But we don’t pay any mind to this so of course more dreams appear and help guide us along the way, but we continue to ignore them as we become more neurotic and unstable, and the cycle can continue indefinitely.
This is why it’s important to listen to the messages your dreams give you and learn as much as you can from them (you). We’re living in a society that doesn’t value mental health, but we as individuals can begin to listen to ourselves and heal from our own personal trauma and then begin to experience and heal the collective trauma. These disturbances, of course, are most likely to be discovered when dreaming and/or day-dreaming. If we do this then we are one step closer to a fulfilled life and a society that truly values health as it is.
How Can We Learn From Our Dreams?
If we read Man and His Symbols we’ll know that each and every part of a dream is a symbolic representation of a part of the self (yourself). Jung was able to say that these symbols represent different “archetypes,” of which cannot be seen, heard, felt, or touched, even after knowing which archetype is represented by each symbol.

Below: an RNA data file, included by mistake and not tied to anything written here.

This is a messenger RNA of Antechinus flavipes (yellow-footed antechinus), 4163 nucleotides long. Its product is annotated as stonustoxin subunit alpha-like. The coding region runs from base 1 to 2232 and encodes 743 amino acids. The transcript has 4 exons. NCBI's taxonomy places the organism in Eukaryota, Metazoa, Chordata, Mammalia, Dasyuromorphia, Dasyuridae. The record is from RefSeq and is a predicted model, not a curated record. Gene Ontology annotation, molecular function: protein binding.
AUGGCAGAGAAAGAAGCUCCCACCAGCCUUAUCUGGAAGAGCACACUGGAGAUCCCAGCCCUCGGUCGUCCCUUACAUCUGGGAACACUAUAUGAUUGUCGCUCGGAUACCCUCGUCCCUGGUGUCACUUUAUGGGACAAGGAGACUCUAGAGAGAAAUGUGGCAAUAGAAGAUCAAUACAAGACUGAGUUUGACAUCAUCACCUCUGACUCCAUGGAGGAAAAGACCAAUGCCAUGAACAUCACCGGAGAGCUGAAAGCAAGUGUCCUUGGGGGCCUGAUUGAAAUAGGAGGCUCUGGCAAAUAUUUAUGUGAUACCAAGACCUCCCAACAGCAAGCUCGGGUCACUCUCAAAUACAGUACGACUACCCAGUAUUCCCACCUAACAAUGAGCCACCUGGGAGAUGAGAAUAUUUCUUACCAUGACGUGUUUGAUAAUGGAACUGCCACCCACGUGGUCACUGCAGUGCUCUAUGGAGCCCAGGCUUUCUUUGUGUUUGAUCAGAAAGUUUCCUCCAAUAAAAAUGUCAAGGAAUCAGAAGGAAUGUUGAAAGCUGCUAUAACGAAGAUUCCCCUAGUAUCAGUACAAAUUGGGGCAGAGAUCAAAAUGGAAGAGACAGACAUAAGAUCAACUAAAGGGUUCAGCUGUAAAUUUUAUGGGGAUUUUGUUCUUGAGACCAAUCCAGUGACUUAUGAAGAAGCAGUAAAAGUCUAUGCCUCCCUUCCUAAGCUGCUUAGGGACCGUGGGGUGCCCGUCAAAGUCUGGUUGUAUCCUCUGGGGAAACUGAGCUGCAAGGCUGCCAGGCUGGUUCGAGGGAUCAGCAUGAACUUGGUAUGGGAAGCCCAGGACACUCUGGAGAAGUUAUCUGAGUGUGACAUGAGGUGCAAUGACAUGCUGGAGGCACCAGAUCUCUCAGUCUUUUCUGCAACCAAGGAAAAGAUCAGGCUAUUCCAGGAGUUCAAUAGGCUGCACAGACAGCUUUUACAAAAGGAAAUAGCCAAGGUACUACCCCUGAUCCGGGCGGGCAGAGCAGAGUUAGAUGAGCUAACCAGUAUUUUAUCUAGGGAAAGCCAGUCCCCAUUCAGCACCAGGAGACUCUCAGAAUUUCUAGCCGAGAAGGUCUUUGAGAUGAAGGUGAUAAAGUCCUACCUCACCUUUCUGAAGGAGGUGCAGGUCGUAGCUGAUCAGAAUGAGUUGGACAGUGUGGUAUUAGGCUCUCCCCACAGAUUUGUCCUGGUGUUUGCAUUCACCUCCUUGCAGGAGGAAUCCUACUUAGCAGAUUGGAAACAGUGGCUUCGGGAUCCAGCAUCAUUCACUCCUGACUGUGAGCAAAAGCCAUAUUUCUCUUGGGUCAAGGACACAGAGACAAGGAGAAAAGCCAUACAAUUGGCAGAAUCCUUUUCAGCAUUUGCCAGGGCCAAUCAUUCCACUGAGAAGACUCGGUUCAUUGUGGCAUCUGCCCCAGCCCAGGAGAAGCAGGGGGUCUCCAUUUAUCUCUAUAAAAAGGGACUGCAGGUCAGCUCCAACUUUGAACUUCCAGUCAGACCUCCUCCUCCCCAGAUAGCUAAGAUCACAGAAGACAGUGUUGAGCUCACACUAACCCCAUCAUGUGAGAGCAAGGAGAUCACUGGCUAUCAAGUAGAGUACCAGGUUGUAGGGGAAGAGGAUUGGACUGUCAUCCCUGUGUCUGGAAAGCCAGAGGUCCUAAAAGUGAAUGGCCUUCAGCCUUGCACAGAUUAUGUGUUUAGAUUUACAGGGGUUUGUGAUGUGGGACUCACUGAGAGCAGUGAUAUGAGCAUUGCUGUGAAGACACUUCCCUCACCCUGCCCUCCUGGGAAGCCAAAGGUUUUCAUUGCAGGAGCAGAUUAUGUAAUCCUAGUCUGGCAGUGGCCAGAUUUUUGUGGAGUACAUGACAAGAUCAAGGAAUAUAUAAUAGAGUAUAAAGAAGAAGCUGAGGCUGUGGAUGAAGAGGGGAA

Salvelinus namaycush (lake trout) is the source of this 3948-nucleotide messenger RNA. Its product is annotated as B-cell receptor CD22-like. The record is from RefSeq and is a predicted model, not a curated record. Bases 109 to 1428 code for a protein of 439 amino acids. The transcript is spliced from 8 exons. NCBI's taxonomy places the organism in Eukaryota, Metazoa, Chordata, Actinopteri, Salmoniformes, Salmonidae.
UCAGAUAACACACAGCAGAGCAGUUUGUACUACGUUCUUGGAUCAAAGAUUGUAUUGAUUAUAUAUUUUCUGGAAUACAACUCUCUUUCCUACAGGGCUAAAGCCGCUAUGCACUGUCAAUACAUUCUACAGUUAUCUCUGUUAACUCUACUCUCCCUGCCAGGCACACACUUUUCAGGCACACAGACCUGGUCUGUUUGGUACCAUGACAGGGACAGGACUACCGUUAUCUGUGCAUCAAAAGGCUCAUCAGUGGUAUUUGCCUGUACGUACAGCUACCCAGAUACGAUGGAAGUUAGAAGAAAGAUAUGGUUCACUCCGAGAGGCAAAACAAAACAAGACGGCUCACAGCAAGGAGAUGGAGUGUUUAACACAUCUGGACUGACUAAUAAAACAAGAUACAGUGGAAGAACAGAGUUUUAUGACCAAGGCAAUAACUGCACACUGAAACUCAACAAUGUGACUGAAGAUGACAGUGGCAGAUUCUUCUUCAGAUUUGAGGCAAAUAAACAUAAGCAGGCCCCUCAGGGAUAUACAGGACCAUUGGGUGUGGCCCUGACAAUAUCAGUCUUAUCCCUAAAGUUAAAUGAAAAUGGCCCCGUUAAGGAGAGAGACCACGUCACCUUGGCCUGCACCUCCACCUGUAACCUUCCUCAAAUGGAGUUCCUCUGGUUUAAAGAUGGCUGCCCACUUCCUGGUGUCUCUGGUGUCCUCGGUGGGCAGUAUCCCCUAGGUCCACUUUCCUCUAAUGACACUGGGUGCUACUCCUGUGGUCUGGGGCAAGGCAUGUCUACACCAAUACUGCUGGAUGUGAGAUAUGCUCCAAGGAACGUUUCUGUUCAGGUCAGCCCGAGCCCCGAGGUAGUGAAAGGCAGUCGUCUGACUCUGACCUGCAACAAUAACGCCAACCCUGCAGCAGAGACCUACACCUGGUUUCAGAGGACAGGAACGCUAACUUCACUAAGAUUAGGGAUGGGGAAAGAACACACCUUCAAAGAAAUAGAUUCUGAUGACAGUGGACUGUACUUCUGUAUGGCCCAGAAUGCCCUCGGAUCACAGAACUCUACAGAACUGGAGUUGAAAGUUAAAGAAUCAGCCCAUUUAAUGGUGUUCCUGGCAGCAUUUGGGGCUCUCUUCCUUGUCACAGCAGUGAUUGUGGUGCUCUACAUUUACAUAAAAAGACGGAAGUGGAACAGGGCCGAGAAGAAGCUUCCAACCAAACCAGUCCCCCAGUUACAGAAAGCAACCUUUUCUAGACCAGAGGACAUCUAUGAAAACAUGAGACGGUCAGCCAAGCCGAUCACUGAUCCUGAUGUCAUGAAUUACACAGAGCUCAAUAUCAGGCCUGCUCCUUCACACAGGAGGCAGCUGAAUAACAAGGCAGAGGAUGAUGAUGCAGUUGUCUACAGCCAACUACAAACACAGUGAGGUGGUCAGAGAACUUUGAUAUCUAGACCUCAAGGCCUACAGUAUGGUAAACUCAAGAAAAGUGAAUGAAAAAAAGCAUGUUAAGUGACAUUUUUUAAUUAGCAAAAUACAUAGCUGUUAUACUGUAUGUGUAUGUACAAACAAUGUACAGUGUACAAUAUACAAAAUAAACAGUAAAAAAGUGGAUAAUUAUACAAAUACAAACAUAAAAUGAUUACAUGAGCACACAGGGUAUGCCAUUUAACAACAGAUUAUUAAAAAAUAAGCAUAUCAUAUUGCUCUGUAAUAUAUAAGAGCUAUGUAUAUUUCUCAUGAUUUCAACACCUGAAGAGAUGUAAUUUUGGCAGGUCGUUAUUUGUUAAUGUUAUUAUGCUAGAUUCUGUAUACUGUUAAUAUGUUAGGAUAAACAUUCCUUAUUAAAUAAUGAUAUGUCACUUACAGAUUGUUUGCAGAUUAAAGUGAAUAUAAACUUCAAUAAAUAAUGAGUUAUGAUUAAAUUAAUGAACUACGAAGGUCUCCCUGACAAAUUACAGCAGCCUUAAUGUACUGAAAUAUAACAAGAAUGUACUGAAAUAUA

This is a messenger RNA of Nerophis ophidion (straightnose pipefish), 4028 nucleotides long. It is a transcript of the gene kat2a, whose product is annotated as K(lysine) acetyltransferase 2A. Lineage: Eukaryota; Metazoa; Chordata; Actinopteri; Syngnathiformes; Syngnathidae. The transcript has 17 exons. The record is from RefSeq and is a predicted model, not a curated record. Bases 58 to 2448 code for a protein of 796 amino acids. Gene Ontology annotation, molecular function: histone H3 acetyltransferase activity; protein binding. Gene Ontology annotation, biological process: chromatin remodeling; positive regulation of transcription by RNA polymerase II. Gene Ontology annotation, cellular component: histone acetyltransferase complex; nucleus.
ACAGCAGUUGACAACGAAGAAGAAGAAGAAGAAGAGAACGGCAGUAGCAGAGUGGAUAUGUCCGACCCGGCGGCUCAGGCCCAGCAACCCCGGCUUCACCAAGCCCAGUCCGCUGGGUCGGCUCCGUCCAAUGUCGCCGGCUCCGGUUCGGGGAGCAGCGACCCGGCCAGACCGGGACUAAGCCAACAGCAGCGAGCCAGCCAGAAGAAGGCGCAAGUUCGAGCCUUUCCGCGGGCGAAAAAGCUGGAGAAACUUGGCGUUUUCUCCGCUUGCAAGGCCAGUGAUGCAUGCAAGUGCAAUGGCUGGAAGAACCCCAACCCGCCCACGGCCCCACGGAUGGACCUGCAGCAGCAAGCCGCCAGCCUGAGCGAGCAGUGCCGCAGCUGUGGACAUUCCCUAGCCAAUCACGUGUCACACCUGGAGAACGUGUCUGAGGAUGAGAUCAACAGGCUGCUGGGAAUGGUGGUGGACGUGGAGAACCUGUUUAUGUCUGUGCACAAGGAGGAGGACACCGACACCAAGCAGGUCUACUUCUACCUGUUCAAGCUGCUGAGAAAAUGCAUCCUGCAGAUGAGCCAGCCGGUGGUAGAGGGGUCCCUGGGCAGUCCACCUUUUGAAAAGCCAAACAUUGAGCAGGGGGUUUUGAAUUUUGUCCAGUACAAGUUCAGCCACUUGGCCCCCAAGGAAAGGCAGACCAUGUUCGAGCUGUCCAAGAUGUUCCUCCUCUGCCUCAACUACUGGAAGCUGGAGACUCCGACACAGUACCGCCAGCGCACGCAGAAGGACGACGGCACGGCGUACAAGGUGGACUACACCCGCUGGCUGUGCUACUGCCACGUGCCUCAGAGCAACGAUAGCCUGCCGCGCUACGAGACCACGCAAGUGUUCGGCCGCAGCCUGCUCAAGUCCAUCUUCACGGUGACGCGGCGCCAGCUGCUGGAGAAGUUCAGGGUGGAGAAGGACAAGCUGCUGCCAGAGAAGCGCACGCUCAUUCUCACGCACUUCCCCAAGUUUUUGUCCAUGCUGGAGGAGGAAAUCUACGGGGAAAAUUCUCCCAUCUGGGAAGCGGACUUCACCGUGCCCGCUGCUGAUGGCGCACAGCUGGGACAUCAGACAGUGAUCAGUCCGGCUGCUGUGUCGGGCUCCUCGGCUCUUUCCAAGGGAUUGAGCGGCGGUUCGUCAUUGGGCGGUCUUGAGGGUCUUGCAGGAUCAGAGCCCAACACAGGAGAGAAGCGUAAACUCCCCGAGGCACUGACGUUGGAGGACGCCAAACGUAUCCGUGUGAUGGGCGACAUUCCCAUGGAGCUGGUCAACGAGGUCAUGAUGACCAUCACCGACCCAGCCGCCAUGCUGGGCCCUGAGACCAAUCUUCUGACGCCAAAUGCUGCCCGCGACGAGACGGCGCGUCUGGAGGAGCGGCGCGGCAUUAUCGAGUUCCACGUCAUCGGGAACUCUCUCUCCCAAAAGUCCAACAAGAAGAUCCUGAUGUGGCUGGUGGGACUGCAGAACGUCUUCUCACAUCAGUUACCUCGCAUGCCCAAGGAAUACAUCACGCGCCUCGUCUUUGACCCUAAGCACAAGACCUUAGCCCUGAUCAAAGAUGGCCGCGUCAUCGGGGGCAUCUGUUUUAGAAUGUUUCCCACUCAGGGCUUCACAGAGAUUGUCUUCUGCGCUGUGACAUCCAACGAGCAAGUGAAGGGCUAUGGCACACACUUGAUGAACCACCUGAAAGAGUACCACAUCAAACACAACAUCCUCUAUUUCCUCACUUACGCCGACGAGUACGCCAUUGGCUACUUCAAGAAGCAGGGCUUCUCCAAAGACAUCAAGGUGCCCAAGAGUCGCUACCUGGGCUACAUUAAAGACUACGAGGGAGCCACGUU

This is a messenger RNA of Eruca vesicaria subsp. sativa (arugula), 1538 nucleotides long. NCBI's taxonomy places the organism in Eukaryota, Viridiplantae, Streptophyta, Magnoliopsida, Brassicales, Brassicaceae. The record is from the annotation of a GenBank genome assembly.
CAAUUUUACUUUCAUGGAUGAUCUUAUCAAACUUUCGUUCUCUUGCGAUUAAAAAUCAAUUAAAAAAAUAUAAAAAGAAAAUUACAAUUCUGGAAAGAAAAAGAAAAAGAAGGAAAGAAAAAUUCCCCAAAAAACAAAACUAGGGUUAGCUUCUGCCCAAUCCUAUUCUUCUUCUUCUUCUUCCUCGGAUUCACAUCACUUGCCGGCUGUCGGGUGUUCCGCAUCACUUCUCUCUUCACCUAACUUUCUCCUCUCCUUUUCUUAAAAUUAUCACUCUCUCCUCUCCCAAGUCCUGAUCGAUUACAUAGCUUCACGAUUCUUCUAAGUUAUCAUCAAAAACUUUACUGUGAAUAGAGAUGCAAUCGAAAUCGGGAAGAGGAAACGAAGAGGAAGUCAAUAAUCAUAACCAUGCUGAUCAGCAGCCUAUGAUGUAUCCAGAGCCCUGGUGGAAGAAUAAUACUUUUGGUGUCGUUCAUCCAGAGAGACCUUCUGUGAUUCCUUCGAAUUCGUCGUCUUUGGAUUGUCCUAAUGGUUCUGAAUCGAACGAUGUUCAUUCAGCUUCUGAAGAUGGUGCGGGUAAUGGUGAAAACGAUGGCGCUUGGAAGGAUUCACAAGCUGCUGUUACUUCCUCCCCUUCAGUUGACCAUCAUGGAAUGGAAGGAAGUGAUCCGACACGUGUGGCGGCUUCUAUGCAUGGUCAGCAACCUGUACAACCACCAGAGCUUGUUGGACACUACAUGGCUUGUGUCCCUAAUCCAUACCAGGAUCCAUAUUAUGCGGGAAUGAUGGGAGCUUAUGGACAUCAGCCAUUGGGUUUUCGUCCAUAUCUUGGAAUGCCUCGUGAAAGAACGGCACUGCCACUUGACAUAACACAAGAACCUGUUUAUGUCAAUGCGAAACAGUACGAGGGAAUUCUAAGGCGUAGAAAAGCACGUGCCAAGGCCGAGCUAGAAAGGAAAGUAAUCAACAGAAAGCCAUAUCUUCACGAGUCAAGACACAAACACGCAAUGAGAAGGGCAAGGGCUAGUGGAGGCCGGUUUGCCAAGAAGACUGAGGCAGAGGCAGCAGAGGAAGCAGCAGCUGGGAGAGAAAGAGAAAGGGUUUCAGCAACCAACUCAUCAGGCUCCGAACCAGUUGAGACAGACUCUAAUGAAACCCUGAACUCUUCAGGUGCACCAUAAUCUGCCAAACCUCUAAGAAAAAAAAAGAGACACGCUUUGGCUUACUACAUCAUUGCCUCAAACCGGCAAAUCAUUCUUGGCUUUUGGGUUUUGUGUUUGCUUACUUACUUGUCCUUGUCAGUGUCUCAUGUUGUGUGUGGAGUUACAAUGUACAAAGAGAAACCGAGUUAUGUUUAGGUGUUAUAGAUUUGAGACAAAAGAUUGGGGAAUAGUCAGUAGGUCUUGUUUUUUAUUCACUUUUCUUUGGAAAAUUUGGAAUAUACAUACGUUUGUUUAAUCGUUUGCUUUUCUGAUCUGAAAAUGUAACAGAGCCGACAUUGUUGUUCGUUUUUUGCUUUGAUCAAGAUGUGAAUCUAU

I want to simplify it a little bit by adding that what you remember to ask yourself about the dream is what matters the most, since losing memory of a part of a dream (or even an entire dream) is a sign that you’ve either completely ignored it or processed it in its entirety.
Since what we remember about our dream is important the question arises, “Is the entire dream important despite our emphasis on the parts of it that are important?” The answer is yes; after all, you’re having the dream, and simply losing memory of it does not necessarily mean that the energy behind the dream has disappeared or even become less important. This is why it’s important to remember as much as we can about every dream – the environment it took place in, the people that were in it, any object that felt like it had significance, etc etc.
When we remember a dream it’s important to ask questions about it in our waking lives. If a person/environment/object feels important then you will answer yourself immediately, and when you put all of the answers together you will have one, integrated, meaningful realization that will probably help you feel amazing for the rest of the day, and will certainly be one more step towards an integrated self. I’d like to give an example of a dream I had the other night that held some significance for myself so that I can show you what I mean.
It was nighttime. I was in a very small, swampy area with trees and brush surrounding me on every side except my left side. On my left side was a small, unclimbable hill. There was a cage next to this hill and it held several kinds of animals only two of which I remember – a monkey and a snake. A mysterious man owned the cage and the animals within, and we met and spoke for a while before he disappeared into the brush. I was left alone with the animals, and I could only stare at them before I awoke with the strong urge to interpret the dream.